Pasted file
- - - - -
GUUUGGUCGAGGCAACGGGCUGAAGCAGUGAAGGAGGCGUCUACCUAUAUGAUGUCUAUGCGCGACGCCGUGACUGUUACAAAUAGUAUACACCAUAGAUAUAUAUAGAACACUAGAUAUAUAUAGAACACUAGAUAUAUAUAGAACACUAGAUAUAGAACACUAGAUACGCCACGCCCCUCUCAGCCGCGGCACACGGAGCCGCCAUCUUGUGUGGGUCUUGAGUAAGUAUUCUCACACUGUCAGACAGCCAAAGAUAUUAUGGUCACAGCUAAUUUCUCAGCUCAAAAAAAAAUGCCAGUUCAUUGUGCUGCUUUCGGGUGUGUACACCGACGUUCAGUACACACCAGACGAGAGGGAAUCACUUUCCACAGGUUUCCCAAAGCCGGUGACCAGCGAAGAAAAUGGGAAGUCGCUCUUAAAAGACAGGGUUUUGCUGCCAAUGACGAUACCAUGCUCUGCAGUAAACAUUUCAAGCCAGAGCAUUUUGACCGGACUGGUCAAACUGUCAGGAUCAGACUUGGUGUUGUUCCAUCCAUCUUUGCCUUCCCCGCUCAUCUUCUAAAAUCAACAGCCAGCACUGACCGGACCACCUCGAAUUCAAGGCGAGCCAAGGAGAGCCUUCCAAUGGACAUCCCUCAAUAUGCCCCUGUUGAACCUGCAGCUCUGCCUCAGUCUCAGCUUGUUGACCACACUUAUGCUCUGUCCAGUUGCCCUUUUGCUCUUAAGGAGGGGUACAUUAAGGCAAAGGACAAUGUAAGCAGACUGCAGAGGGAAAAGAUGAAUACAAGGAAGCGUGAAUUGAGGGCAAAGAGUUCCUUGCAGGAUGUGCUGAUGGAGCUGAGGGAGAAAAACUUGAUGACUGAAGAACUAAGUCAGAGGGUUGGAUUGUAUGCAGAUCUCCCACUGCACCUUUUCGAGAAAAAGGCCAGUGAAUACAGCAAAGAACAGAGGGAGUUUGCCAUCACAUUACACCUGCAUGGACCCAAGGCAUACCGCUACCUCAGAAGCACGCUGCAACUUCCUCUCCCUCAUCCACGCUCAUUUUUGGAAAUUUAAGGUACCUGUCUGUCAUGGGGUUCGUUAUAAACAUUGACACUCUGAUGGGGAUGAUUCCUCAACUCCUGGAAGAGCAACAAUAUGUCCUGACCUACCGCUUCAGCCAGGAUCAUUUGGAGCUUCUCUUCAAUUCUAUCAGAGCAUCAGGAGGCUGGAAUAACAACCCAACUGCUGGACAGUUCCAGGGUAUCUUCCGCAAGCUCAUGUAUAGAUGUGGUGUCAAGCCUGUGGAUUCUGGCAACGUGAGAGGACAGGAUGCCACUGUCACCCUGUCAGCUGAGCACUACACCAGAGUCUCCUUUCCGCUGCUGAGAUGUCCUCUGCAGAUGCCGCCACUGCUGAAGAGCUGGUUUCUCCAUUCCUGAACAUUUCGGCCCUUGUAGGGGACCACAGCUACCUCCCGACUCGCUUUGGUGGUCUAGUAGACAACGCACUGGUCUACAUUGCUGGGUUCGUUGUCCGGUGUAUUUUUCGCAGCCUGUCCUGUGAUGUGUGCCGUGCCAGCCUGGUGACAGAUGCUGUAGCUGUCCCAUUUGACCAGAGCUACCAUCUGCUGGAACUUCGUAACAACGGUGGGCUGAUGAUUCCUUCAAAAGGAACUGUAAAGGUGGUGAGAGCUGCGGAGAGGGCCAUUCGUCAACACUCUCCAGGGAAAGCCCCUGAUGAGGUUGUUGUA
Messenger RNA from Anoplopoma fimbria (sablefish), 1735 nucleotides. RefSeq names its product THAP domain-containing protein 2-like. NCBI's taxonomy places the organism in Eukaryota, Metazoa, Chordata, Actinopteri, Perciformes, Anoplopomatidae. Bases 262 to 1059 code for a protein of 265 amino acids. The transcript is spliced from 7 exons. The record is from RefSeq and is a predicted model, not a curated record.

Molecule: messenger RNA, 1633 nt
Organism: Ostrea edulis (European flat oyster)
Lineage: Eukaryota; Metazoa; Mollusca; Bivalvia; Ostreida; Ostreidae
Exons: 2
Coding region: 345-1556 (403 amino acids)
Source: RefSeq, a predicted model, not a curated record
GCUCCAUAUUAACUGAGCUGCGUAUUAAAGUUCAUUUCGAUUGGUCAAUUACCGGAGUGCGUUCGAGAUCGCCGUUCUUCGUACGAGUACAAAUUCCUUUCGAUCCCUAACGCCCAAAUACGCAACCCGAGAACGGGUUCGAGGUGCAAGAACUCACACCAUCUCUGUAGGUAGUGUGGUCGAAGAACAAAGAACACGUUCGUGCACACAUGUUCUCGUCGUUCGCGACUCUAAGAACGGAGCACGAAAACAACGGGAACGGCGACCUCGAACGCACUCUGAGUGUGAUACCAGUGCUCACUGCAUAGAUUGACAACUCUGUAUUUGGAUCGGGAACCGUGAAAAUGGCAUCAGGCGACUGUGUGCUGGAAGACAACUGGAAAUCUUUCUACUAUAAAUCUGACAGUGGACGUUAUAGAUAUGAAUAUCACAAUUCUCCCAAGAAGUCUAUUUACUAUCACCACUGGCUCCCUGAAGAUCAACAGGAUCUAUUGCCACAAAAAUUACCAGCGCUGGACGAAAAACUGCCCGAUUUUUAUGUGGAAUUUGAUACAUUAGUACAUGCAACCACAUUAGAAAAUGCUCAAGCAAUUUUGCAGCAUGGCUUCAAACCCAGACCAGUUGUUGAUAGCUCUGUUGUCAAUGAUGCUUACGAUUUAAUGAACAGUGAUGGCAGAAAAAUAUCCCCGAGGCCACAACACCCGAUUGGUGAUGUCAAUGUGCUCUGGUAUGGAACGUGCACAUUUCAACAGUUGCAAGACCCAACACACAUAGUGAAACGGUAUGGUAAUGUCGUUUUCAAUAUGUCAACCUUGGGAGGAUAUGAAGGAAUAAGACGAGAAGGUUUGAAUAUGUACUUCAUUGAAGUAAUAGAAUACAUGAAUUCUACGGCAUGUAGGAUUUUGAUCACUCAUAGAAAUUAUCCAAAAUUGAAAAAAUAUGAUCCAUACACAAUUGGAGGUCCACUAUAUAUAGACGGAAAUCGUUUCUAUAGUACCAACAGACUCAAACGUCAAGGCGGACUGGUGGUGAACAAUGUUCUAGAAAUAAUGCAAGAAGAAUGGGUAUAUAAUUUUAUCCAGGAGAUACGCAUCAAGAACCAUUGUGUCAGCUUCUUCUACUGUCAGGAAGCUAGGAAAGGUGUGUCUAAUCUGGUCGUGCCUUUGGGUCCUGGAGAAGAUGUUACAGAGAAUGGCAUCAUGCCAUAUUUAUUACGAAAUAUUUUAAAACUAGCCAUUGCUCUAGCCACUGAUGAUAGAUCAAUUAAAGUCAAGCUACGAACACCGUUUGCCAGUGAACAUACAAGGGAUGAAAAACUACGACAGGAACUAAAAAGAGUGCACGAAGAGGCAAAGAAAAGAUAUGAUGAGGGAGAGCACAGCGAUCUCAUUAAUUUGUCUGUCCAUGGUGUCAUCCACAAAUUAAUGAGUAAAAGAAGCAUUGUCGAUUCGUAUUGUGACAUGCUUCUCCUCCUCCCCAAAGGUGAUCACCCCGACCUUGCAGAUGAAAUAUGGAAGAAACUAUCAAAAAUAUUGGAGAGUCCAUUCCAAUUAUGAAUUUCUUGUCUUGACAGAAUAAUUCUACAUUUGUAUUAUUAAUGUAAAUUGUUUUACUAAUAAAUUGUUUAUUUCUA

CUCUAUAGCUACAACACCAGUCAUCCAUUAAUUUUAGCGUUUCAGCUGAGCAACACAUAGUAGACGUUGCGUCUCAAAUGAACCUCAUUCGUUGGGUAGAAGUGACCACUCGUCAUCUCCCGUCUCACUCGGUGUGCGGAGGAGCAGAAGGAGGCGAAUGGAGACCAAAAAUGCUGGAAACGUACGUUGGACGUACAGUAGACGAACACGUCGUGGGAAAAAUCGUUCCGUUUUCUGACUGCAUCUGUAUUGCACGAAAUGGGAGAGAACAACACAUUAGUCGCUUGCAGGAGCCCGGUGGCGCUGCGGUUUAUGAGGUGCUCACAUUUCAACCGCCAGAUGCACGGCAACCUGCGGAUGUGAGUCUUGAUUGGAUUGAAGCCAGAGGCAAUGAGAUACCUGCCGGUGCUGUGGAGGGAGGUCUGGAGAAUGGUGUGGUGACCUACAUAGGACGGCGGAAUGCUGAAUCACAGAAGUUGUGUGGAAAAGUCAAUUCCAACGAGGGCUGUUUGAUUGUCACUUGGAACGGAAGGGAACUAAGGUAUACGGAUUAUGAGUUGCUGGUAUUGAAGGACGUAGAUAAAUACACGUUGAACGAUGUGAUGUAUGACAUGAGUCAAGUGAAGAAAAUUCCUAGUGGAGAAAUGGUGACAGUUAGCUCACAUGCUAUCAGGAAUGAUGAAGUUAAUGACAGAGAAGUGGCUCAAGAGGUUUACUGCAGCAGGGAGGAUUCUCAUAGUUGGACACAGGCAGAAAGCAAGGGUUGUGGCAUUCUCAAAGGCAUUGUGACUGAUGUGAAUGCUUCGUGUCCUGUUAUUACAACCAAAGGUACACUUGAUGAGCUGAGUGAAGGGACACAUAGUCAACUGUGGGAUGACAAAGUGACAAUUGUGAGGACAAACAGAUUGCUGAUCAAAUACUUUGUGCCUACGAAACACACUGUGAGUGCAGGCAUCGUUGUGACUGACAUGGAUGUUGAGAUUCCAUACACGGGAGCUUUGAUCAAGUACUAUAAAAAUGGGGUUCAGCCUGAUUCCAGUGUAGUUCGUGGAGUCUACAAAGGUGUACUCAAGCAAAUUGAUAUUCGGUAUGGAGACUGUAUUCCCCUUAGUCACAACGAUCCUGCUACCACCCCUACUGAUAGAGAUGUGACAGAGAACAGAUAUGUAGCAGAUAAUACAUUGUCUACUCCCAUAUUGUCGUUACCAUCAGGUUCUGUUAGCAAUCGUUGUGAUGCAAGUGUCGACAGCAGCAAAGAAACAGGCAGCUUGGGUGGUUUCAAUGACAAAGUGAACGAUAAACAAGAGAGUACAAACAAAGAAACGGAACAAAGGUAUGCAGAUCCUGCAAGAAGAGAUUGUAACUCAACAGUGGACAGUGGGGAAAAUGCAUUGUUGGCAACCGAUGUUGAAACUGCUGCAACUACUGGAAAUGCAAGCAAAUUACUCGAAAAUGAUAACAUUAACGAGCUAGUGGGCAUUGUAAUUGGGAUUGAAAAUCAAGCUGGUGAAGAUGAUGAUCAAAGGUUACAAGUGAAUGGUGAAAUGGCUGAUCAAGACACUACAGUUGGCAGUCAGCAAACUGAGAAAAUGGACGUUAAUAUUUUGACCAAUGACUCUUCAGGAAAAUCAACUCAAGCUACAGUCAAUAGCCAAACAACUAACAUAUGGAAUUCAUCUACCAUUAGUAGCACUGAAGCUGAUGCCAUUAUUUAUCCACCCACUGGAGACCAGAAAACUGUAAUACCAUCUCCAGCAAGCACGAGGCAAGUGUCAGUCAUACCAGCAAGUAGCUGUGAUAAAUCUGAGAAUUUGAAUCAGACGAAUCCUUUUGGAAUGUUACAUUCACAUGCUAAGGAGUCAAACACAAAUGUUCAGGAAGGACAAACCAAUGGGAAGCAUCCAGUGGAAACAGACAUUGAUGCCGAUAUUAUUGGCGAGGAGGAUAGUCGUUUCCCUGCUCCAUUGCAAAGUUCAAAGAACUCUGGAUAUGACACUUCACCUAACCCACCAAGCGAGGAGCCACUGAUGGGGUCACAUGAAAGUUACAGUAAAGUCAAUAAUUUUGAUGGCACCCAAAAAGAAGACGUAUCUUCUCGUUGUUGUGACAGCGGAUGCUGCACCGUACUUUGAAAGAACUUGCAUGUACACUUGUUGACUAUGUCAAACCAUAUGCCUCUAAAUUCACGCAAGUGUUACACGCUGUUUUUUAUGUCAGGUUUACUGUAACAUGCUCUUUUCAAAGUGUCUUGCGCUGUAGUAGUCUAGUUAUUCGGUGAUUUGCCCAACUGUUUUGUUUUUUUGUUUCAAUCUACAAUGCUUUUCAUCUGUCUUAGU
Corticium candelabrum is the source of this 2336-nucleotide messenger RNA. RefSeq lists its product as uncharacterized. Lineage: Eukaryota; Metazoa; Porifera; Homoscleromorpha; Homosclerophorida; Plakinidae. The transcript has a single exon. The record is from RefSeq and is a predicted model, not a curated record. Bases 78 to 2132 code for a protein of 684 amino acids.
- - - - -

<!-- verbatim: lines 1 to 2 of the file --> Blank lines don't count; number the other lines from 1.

GUUUGGUCGAGGCAACGGGCUGAAGCAGUGAAGGAGGCGUCUACCUAUAUGAUGUCUAUGCGCGACGCCGUGACUGUUACAAAUAGUAUACACCAUAGAUAUAUAUAGAACACUAGAUAUAUAUAGAACACUAGAUAUAUAUAGAACACUAGAUAUAGAACACUAGAUACGCCACGCCCCUCUCAGCCGCGGCACACGGAGCCGCCAUCUUGUGUGGGUCUUGAGUAAGUAUUCUCACACUGUCAGACAGCCAAAGAUAUUAUGGUCACAGCUAAUUUCUCAGCUCAAAAAAAAAUGCCAGUUCAUUGUGCUGCUUUCGGGUGUGUACACCGACGUUCAGUACACACCAGACGAGAGGGAAUCACUUUCCACAGGUUUCCCAAAGCCGGUGACCAGCGAAGAAAAUGGGAAGUCGCUCUUAAAAGACAGGGUUUUGCUGCCAAUGACGAUACCAUGCUCUGCAGUAAACAUUUCAAGCCAGAGCAUUUUGACCGGACUGGUCAAACUGUCAGGAUCAGACUUGGUGUUGUUCCAUCCAUCUUUGCCUUCCCCGCUCAUCUUCUAAAAUCAACAGCCAGCACUGACCGGACCACCUCGAAUUCAAGGCGAGCCAAGGAGAGCCUUCCAAUGGACAUCCCUCAAUAUGCCCCUGUUGAACCUGCAGCUCUGCCUCAGUCUCAGCUUGUUGACCACACUUAUGCUCUGUCCAGUUGCCCUUUUGCUCUUAAGGAGGGGUACAUUAAGGCAAAGGACAAUGUAAGCAGACUGCAGAGGGAAAAGAUGAAUACAAGGAAGCGUGAAUUGAGGGCAAAGAGUUCCUUGCAGGAUGUGCUGAUGGAGCUGAGGGAGAAAAACUUGAUGACUGAAGAACUAAGUCAGAGGGUUGGAUUGUAUGCAGAUCUCCCACUGCACCUUUUCGAGAAAAAGGCCAGUGAAUACAGCAAAGAACAGAGGGAGUUUGCCAUCACAUUACACCUGCAUGGACCCAAGGCAUACCGCUACCUCAGAAGCACGCUGCAACUUCCUCUCCCUCAUCCACGCUCAUUUUUGGAAAUUUAAGGUACCUGUCUGUCAUGGGGUUCGUUAUAAACAUUGACACUCUGAUGGGGAUGAUUCCUCAACUCCUGGAAGAGCAACAAUAUGUCCUGACCUACCGCUUCAGCCAGGAUCAUUUGGAGCUUCUCUUCAAUUCUAUCAGAGCAUCAGGAGGCUGGAAUAACAACCCAACUGCUGGACAGUUCCAGGGUAUCUUCCGCAAGCUCAUGUAUAGAUGUGGUGUCAAGCCUGUGGAUUCUGGCAACGUGAGAGGACAGGAUGCCACUGUCACCCUGUCAGCUGAGCACUACACCAGAGUCUCCUUUCCGCUGCUGAGAUGUCCUCUGCAGAUGCCGCCACUGCUGAAGAGCUGGUUUCUCCAUUCCUGAACAUUUCGGCCCUUGUAGGGGACCACAGCUACCUCCCGACUCGCUUUGGUGGUCUAGUAGACAACGCACUGGUCUACAUUGCUGGGUUCGUUGUCCGGUGUAUUUUUCGCAGCCUGUCCUGUGAUGUGUGCCGUGCCAGCCUGGUGACAGAUGCUGUAGCUGUCCCAUUUGACCAGAGCUACCAUCUGCUGGAACUUCGUAACAACGGUGGGCUGAUGAUUCCUUCAAAAGGAACUGUAAAGGUGGUGAGAGCUGCGGAGAGGGCCAUUCGUCAACACUCUCCAGGGAAAGCCCCUGAUGAGGUUGUUGUA
Messenger RNA from Anoplopoma fimbria (sablefish), 1735 nucleotides. RefSeq names its product THAP domain-containing protein 2-like. NCBI's taxonomy places the organism in Eukaryota, Metazoa, Chordata, Actinopteri, Perciformes, Anoplopomatidae. Bases 262 to 1059 code for a protein of 265 amino acids. The transcript is spliced from 7 exons. The record is from RefSeq and is a predicted model, not a curated record.